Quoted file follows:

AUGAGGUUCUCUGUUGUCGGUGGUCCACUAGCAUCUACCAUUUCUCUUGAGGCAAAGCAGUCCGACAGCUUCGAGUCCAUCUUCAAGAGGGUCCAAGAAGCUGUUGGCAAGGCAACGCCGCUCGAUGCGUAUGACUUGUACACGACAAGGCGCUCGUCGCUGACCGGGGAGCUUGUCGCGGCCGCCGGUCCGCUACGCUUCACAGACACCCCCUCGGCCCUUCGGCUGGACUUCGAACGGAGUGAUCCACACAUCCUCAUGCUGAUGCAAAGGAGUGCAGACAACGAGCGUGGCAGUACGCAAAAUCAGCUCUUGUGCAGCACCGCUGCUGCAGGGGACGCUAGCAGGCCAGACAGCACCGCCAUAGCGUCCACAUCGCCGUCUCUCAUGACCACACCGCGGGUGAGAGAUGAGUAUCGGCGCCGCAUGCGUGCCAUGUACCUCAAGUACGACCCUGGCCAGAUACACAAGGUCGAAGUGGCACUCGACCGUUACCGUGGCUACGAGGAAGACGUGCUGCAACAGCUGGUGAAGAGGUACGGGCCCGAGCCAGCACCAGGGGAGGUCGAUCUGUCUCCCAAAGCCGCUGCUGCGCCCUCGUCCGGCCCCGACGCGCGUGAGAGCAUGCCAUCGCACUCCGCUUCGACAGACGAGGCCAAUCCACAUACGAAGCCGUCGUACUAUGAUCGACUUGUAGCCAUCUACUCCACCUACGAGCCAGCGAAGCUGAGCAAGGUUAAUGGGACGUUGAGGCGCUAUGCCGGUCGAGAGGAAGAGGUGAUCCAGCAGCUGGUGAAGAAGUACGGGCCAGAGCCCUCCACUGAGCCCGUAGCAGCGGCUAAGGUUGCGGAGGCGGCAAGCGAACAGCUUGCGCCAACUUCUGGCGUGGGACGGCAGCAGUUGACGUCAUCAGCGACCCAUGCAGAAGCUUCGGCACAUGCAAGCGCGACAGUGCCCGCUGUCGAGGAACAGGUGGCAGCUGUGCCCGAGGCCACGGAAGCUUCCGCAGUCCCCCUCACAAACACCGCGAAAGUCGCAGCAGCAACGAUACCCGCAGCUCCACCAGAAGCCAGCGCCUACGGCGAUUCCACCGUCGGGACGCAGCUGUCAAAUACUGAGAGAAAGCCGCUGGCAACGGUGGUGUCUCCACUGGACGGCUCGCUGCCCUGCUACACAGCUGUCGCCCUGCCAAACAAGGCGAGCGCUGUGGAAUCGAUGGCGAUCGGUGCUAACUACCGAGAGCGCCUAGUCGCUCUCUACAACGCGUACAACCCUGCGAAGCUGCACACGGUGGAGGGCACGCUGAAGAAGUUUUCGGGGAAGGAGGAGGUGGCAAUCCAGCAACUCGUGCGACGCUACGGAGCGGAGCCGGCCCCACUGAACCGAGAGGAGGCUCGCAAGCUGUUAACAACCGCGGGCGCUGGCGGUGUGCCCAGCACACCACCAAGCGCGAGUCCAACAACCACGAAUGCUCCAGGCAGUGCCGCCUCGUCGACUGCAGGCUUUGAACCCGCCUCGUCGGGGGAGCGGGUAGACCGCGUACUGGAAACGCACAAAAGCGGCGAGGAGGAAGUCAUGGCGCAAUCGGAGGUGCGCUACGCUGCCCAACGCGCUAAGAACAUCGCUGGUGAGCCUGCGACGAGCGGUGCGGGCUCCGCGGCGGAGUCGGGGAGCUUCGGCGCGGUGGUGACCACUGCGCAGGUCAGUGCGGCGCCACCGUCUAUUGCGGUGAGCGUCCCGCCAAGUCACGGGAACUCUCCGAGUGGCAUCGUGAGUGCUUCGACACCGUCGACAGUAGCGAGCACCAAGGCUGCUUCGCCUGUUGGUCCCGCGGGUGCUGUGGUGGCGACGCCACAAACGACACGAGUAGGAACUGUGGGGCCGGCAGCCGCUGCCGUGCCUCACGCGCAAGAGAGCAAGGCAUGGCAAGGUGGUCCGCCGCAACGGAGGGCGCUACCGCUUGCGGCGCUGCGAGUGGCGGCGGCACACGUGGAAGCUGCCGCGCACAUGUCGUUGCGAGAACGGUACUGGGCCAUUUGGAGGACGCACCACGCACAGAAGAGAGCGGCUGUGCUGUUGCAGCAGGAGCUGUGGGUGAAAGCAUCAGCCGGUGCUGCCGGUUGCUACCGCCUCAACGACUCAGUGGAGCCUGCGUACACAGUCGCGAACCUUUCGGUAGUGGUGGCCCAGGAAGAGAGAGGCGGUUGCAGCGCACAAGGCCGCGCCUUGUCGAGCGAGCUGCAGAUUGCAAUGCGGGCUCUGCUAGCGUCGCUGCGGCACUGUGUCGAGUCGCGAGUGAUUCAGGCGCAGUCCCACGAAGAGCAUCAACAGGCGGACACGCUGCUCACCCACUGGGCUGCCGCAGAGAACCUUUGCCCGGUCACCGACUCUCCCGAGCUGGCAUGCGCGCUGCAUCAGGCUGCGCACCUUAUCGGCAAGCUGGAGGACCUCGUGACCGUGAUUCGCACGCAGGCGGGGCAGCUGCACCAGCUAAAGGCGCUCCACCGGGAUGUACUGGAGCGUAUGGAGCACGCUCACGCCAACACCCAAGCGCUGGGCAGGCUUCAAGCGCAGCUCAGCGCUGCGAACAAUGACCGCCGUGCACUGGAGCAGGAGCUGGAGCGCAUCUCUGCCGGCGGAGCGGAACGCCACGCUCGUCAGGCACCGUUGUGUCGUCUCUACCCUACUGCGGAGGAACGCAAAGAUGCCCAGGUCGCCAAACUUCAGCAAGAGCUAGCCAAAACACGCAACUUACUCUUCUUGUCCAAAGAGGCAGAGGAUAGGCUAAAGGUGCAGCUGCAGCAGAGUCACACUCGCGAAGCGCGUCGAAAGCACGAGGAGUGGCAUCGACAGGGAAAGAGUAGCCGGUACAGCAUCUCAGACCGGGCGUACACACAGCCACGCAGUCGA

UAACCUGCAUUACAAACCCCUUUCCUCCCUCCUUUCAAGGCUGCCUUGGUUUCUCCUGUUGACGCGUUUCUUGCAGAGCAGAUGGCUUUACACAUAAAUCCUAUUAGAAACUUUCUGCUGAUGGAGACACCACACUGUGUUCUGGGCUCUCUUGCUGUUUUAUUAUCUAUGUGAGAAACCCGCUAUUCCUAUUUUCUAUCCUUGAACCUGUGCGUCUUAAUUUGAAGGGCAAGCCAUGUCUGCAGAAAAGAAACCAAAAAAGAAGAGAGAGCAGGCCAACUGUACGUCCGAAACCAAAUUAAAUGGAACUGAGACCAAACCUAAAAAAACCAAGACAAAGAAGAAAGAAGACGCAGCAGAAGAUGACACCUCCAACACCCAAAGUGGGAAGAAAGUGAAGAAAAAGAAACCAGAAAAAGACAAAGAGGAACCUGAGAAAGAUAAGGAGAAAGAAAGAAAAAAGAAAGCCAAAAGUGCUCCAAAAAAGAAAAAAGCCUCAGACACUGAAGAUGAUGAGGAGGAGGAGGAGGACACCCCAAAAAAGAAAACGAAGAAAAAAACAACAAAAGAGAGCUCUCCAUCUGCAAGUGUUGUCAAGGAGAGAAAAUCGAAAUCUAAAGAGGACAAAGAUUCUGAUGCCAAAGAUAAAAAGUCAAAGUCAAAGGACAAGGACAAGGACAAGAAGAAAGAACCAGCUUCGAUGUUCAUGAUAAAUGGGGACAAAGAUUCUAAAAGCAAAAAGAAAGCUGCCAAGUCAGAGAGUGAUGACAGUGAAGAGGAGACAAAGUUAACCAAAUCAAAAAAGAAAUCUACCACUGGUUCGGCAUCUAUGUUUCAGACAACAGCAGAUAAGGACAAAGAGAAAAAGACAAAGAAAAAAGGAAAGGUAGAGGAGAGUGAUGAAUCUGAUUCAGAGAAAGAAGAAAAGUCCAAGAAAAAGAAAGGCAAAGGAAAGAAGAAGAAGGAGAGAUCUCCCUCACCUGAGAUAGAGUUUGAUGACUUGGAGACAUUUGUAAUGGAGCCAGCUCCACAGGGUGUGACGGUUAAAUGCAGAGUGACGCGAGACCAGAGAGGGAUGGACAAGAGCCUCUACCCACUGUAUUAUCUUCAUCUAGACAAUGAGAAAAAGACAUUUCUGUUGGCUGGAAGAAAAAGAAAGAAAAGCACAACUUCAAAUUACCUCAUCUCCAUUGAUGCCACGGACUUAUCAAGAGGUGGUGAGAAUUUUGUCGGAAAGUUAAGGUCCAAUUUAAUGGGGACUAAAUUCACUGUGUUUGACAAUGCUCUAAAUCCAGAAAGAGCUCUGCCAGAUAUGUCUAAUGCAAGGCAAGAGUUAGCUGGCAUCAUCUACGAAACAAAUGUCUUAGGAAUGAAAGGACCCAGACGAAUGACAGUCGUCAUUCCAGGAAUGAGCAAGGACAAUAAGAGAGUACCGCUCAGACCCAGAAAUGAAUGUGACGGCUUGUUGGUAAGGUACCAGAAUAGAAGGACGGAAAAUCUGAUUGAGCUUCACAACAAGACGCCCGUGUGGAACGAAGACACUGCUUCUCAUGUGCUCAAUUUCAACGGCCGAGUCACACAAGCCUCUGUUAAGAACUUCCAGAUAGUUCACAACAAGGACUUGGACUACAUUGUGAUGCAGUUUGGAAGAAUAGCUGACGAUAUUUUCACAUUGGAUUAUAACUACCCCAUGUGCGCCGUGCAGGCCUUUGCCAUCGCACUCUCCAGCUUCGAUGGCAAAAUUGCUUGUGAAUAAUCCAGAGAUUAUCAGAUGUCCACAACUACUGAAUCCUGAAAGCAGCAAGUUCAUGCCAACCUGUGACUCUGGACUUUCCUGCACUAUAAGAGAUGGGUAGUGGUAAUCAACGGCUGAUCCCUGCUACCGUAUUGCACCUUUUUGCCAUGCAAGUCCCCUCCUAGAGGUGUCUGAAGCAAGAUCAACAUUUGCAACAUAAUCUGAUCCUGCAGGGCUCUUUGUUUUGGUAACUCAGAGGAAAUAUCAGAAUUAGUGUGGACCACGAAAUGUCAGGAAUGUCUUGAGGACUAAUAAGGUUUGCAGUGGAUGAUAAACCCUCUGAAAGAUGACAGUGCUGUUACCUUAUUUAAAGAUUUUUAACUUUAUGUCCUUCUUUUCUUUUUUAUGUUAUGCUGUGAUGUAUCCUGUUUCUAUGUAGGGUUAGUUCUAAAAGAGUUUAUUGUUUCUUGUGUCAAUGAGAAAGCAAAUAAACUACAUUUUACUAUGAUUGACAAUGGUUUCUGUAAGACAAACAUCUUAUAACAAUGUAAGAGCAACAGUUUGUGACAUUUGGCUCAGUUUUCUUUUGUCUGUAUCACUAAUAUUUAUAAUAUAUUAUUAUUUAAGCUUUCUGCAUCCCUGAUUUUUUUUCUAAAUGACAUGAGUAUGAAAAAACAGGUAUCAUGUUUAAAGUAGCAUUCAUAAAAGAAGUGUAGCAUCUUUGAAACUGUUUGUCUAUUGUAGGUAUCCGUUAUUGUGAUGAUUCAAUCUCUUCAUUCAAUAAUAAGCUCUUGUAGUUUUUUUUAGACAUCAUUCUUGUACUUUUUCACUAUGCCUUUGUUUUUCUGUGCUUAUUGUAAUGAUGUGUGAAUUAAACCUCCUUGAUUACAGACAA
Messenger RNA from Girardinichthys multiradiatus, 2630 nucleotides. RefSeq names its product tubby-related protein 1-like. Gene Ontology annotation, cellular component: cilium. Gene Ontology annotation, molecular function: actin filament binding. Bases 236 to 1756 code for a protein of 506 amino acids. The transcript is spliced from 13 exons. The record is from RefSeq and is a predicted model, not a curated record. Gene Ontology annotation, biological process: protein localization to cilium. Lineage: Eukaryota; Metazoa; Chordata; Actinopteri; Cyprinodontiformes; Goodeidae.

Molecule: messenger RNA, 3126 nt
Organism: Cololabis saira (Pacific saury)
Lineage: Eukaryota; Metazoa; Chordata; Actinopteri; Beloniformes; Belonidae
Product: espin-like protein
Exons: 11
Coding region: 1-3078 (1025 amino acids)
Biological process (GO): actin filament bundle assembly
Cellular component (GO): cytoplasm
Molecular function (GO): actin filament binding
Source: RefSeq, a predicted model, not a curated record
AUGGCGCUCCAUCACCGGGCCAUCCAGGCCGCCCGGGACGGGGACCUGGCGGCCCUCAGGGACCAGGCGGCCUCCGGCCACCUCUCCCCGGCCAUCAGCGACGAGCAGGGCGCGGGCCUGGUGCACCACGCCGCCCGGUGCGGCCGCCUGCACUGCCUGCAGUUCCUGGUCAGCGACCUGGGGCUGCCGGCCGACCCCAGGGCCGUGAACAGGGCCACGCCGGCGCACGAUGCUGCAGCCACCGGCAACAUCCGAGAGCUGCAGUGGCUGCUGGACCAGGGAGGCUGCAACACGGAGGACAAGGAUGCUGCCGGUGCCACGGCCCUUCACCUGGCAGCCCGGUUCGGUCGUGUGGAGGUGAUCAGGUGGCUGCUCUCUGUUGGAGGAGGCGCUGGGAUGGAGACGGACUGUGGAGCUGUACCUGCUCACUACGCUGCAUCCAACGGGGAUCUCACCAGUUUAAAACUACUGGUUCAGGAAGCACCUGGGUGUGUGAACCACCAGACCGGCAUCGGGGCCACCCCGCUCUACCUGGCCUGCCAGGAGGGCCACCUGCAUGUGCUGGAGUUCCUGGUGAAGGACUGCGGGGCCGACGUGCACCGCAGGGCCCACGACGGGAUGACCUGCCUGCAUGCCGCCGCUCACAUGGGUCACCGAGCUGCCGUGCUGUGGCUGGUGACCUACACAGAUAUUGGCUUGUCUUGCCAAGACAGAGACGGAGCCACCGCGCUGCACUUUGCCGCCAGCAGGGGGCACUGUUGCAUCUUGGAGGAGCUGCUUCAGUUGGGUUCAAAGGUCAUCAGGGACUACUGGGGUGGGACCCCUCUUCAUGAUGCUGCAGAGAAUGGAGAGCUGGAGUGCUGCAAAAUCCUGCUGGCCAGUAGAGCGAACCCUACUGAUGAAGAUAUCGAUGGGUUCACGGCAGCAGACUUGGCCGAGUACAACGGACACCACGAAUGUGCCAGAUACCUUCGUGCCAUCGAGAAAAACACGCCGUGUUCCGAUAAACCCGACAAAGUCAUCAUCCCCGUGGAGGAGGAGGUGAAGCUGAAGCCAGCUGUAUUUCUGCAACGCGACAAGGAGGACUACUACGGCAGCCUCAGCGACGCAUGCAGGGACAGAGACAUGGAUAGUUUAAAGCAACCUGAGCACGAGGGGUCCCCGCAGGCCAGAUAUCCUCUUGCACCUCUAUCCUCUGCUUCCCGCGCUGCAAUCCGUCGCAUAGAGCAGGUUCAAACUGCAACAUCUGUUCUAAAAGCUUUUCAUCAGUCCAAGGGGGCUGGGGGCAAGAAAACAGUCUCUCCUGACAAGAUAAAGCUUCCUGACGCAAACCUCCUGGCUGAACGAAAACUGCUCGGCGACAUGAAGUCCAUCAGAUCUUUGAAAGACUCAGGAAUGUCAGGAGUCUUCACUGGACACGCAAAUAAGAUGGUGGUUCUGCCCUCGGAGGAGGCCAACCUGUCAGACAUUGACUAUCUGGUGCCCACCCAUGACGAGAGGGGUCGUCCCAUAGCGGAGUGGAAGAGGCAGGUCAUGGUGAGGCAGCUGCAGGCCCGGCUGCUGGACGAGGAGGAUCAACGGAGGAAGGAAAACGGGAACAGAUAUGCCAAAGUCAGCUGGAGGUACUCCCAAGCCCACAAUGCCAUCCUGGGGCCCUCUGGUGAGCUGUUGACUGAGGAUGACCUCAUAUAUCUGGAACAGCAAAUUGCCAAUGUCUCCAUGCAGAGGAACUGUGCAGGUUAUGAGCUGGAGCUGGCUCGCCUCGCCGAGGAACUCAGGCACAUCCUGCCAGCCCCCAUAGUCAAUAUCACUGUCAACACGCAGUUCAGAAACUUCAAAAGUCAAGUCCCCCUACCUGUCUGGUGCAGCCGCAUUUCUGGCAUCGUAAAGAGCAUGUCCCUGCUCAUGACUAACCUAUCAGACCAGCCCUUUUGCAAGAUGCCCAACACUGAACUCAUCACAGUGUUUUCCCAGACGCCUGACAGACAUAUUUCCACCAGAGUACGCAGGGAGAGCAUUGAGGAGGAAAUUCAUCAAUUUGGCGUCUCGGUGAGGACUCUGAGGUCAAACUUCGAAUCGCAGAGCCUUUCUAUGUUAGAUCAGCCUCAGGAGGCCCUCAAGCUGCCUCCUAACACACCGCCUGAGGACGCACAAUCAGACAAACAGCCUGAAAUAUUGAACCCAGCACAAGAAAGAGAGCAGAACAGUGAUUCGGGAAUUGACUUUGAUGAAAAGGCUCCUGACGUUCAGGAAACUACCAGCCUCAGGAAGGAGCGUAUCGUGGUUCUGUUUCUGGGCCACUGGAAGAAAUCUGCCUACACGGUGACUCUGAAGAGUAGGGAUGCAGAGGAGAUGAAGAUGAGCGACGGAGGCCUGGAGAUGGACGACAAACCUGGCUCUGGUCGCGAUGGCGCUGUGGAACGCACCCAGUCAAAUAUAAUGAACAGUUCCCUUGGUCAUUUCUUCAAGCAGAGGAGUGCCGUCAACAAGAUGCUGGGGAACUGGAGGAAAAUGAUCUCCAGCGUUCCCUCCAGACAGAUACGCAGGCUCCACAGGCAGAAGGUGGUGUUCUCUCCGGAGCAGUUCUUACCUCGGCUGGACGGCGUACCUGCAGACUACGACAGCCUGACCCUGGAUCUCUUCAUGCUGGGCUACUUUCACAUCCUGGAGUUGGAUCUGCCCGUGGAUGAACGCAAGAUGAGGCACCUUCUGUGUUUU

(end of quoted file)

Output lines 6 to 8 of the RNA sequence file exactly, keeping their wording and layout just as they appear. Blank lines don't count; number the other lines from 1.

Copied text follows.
Lineage: Eukaryota; Metazoa; Chordata; Actinopteri; Beloniformes; Belonidae
Product: espin-like protein
Exons: 11